Jon: Bipolar disorder is a chemical imbalance in the brain that manifests as a mood disorder. And the moods are very extreme in both directions. Meaning, that as someone who lives with bipolar disorder, I regulate it. First of all, just a total normal human being, but it comes with the risks of going on either side of those spectrums when I slip into mania. So mania itself is the elation period and delusion and all that kind of stuff but within a manic episode there's the mania and then there's the manic-depressive part of it.
Lucia: Jon says that a depressive period can last weeks to months. It can be extremely debilitating.
Jon: This is not a “I was depressed for a day or two days.” These are things that are very large chunks of someone's life.
Lucia: Jon wasn’t always this open about his mental health. Partly because bipolar disorder is often talked about with contempt or confusion – but also because his symptoms didn’t manifest until he was a preteen and teenager.
Jon: So I grew up in the suburbs of Chicago. Which is kind of like the suburbs anywhere. And I grew up as the youngest of four and my sisters are like 13 years/11 years older than me. So it almost was kind of like growing up just with one other sibling, but with a lot of additional support and a lot of playing dress-up because that's what they really wanted to do when I was growing up. Of course I had no say with it, but it was a lot of fun growing up with sisters in retrospect now because it really affects my personality and especially growing up in a suburb that is like primarily Caucasian, like most suburbs in the United States, it was great to have like that kind of backup and support because my relationship with my parents wasn't super close.
I don't mean that in necessarily a bad way, but my dad was very stereotypically, “The son and the family need to be strong”…and then my mom actually passed away when I was eight. So I did rely more heavily on my sisters who had more life experience, even though they were out of the house at college while I was growing up.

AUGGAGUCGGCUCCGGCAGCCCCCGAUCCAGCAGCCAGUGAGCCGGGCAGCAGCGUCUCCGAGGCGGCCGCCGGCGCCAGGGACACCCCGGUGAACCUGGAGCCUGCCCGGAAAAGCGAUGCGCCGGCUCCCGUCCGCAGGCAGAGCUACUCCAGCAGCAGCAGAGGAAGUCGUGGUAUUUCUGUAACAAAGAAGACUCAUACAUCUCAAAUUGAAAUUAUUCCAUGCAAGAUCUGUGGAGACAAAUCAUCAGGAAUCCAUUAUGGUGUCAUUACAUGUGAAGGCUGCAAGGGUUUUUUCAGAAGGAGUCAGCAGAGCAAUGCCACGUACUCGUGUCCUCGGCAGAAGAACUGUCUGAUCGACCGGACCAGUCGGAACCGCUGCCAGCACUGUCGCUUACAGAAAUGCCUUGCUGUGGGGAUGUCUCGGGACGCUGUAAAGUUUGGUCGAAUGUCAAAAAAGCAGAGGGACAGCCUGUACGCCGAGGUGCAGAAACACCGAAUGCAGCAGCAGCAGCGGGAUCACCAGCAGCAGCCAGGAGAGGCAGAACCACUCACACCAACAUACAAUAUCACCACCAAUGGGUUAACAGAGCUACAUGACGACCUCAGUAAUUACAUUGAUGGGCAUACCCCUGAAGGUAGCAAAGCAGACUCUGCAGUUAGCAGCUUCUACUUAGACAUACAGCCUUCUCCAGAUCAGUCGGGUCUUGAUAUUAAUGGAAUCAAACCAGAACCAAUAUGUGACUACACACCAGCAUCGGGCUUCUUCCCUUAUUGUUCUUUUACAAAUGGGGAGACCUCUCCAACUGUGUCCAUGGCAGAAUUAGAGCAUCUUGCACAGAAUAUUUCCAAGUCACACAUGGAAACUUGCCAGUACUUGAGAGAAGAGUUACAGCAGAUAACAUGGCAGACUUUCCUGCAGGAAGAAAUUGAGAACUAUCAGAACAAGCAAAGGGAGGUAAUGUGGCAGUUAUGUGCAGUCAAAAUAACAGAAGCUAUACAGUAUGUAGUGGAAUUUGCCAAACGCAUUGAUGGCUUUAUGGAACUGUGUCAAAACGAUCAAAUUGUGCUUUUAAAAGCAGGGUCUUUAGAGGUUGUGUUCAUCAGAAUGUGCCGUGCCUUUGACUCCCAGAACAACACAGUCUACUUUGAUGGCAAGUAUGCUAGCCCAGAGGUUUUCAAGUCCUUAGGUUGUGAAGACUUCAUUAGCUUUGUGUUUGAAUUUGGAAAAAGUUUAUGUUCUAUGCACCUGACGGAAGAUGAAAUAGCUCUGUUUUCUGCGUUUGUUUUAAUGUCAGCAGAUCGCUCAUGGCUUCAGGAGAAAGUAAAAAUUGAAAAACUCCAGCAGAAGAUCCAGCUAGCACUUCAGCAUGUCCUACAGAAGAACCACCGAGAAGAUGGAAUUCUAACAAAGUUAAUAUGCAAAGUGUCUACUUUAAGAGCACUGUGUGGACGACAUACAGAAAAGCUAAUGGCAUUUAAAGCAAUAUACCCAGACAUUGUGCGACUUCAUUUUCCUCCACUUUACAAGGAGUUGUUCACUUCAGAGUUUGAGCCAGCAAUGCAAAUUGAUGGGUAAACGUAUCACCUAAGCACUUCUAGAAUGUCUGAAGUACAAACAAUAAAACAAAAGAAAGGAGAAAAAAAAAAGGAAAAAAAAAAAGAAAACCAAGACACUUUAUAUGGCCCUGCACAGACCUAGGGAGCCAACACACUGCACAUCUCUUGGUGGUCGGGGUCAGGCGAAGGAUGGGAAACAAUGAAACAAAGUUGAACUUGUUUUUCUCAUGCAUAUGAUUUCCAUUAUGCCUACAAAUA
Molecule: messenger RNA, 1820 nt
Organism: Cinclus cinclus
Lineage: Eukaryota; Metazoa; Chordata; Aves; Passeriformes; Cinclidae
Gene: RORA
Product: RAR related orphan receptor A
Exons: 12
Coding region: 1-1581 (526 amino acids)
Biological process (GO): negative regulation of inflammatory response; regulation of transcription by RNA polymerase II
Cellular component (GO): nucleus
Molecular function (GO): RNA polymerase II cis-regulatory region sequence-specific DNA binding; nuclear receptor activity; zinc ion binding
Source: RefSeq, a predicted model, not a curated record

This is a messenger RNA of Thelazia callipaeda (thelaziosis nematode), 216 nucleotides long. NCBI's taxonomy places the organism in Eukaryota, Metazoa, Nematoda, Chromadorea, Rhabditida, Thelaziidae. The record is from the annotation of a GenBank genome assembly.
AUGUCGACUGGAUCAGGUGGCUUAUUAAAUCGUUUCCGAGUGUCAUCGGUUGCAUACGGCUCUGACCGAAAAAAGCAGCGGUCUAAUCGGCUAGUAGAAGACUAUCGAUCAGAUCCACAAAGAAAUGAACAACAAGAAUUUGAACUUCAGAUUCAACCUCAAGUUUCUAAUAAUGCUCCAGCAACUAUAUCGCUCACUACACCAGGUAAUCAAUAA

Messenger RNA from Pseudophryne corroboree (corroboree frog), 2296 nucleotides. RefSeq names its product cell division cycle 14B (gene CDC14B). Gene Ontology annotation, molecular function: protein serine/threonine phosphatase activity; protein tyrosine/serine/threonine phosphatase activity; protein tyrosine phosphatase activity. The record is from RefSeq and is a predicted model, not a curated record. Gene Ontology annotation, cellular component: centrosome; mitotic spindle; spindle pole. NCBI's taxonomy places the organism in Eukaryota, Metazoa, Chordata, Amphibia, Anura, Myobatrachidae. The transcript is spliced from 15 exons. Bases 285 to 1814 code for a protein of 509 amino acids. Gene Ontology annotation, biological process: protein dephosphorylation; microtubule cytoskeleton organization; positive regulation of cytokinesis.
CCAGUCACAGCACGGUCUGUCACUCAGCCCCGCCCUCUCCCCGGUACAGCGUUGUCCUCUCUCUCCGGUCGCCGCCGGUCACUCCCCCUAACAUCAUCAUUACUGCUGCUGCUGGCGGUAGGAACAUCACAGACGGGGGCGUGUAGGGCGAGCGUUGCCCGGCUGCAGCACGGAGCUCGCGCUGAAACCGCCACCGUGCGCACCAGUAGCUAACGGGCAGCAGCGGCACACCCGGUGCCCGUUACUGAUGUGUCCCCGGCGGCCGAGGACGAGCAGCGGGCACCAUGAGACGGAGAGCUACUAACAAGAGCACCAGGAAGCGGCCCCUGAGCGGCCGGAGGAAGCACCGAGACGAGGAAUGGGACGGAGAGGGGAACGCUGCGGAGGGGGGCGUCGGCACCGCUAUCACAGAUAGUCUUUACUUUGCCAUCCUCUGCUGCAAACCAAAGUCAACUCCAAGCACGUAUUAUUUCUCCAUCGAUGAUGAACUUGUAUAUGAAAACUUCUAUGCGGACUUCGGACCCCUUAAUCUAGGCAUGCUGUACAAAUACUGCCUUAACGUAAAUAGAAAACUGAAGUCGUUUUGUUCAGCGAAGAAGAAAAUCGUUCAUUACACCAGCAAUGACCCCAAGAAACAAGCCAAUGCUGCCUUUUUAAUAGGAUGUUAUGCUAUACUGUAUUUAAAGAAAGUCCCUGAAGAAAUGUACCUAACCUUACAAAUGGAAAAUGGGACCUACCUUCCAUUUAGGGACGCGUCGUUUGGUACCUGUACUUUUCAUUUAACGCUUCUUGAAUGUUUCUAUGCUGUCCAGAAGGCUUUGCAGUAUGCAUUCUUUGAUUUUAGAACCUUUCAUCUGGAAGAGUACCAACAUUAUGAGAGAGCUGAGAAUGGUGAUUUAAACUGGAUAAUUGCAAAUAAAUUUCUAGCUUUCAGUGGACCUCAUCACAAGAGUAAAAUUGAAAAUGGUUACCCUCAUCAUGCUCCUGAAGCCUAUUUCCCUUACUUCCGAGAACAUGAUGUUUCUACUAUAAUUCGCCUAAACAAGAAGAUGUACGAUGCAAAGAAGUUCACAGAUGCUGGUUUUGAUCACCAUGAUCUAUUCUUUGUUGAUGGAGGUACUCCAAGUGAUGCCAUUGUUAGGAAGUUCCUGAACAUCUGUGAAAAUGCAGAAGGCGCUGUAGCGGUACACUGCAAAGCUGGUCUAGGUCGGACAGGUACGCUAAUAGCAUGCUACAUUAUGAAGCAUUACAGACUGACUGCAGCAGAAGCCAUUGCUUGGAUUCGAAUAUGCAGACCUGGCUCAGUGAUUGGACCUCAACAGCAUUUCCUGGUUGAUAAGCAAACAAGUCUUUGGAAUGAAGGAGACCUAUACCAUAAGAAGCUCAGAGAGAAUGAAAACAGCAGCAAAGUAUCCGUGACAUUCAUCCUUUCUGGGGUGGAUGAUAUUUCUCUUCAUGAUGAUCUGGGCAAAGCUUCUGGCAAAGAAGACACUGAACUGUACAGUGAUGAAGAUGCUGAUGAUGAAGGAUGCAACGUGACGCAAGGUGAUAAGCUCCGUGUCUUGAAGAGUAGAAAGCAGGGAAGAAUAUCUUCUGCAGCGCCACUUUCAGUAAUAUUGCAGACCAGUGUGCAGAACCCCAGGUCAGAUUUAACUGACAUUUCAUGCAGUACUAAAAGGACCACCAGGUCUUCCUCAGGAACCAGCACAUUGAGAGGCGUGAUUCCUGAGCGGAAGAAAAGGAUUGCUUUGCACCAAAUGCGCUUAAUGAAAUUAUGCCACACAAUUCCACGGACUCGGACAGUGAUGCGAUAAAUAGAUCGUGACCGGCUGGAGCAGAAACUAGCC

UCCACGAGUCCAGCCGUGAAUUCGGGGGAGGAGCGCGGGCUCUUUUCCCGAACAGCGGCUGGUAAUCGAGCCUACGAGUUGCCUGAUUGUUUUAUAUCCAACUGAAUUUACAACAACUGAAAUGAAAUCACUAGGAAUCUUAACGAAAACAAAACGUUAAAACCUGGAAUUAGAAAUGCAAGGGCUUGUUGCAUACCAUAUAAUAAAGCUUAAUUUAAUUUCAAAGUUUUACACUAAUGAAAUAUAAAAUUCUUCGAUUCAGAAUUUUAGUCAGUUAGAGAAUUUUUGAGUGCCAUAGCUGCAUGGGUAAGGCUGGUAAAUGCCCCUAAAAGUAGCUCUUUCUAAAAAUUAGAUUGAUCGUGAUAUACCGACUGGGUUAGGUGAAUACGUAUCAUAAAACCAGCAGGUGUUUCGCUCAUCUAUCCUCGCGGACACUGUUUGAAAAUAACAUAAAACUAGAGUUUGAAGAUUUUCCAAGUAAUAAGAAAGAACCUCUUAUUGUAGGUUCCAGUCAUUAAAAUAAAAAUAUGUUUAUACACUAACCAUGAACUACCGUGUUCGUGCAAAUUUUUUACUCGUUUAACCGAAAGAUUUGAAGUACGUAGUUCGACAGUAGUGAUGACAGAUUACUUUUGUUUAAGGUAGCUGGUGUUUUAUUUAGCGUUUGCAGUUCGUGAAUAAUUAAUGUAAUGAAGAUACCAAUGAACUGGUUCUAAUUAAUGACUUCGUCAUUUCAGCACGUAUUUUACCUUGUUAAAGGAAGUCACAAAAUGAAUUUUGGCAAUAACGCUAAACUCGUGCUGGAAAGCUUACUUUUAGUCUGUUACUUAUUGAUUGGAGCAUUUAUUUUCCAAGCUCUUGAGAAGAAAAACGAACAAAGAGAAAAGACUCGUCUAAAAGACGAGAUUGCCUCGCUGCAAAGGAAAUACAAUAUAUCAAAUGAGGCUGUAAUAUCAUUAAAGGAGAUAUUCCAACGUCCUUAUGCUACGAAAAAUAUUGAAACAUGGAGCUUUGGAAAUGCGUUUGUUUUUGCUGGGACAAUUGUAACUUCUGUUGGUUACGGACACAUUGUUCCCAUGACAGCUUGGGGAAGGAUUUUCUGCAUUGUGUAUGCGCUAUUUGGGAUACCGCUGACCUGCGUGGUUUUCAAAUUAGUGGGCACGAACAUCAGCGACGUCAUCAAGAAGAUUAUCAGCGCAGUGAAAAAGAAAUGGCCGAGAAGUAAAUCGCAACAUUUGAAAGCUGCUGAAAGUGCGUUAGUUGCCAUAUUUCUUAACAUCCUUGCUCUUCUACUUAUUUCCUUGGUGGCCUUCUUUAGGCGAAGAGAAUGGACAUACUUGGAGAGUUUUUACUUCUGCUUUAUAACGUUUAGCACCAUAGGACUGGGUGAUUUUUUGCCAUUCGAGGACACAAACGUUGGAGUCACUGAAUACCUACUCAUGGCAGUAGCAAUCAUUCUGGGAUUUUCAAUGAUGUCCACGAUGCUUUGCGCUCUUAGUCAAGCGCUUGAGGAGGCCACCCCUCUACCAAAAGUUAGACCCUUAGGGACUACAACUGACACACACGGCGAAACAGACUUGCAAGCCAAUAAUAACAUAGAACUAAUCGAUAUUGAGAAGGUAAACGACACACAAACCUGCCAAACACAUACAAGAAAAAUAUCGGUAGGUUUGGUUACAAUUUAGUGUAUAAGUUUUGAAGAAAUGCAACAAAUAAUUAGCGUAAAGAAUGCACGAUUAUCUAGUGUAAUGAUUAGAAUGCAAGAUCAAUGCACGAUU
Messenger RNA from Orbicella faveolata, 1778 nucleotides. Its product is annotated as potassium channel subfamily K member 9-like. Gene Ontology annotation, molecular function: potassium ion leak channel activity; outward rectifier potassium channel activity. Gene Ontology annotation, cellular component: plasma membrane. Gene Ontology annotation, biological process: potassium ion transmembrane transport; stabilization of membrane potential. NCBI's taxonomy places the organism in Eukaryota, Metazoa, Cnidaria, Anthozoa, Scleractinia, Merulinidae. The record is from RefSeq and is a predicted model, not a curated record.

II. Jon's Diagnosis
Lucia: It’s difficult to accept a diagnosis that you’re unfamiliar with – especially if no one you know has the same disorder. Jon needed further clarification.
Jon: During college and after college, I did my own little study. I went to multiple psychiatrists and had them assess me. I didn't tell them that I thought I was bipolar. I just wanted them to give me a diagnosis. They all came back with bipolar disorder. Eventually I ended up doing a thyroid test and a CAT scan as well, because those are other ways that you can confirm it.
There are other people where it manifests here and there and it's really hard to tell - they end up getting diagnosed with something else. Like some people get diagnosed with ADHD. However, the medication for that is a trigger for a manic episode and it's highly problematic when there's erratic behavior like that, but it's misdiagnosed or misperceived.
I just like could not see what was happening back then. So one of the things that ended up happening and with a different girl, I was my senior year of high school that second semester. I was seeing this girl and she decided to stop seeing me because of all my erratic behavior.
I was so needy, like I had that separation anxiety and that pretty much like broke me because of how sensitive I was and how I had not yet put into place coping mechanisms.
So I ended up trying to kill myself and was also in a long history at that point of self-injury. So I would find ways since 5th grade to go and injure myself and all of that came out of the woodwork when I was at this one friend's party and her dad saw me in their bathroom injuring myself and eventually like went to the hospital. Didn't need to go to the hospital because I was in that much danger, but because that was just that some very natural conclusion like this kid needs help. Let's put him in a situation that helps him be safe.